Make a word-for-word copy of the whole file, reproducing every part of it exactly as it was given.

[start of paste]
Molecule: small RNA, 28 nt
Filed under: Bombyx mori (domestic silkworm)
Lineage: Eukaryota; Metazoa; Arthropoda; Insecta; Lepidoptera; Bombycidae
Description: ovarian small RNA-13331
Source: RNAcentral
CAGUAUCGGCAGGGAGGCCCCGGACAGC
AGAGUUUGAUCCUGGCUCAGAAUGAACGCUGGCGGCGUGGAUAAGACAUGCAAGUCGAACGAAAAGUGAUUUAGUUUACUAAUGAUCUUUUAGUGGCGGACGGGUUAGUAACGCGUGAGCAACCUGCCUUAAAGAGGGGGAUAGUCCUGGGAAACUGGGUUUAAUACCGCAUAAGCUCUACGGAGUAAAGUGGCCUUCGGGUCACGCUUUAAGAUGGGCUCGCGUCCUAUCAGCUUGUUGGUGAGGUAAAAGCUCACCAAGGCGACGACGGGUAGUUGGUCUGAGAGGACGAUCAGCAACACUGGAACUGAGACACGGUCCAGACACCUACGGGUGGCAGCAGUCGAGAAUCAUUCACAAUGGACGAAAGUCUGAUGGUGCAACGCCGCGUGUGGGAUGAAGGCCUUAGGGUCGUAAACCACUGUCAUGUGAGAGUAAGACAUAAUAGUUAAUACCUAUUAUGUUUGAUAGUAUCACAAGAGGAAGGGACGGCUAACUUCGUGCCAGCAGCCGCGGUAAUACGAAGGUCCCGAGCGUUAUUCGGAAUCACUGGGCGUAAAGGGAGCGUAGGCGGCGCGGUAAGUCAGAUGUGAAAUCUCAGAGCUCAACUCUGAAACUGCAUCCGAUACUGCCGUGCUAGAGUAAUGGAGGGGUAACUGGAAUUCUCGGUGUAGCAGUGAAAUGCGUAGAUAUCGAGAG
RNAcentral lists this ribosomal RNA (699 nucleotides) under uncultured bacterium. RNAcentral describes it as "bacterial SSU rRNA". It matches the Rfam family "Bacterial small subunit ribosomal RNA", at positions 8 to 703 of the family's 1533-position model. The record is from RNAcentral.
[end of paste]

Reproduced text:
Molecule: small RNA, 28 nt
Filed under: Bombyx mori (domestic silkworm)
Lineage: Eukaryota; Metazoa; Arthropoda; Insecta; Lepidoptera; Bombycidae
Description: ovarian small RNA-13331
Source: RNAcentral
CAGUAUCGGCAGGGAGGCCCCGGACAGC
AGAGUUUGAUCCUGGCUCAGAAUGAACGCUGGCGGCGUGGAUAAGACAUGCAAGUCGAACGAAAAGUGAUUUAGUUUACUAAUGAUCUUUUAGUGGCGGACGGGUUAGUAACGCGUGAGCAACCUGCCUUAAAGAGGGGGAUAGUCCUGGGAAACUGGGUUUAAUACCGCAUAAGCUCUACGGAGUAAAGUGGCCUUCGGGUCACGCUUUAAGAUGGGCUCGCGUCCUAUCAGCUUGUUGGUGAGGUAAAAGCUCACCAAGGCGACGACGGGUAGUUGGUCUGAGAGGACGAUCAGCAACACUGGAACUGAGACACGGUCCAGACACCUACGGGUGGCAGCAGUCGAGAAUCAUUCACAAUGGACGAAAGUCUGAUGGUGCAACGCCGCGUGUGGGAUGAAGGCCUUAGGGUCGUAAACCACUGUCAUGUGAGAGUAAGACAUAAUAGUUAAUACCUAUUAUGUUUGAUAGUAUCACAAGAGGAAGGGACGGCUAACUUCGUGCCAGCAGCCGCGGUAAUACGAAGGUCCCGAGCGUUAUUCGGAAUCACUGGGCGUAAAGGGAGCGUAGGCGGCGCGGUAAGUCAGAUGUGAAAUCUCAGAGCUCAACUCUGAAACUGCAUCCGAUACUGCCGUGCUAGAGUAAUGGAGGGGUAACUGGAAUUCUCGGUGUAGCAGUGAAAUGCGUAGAUAUCGAGAG
RNAcentral lists this ribosomal RNA (699 nucleotides) under uncultured bacterium. RNAcentral describes it as "bacterial SSU rRNA". It matches the Rfam family "Bacterial small subunit ribosomal RNA", at positions 8 to 703 of the family's 1533-position model. The record is from RNAcentral.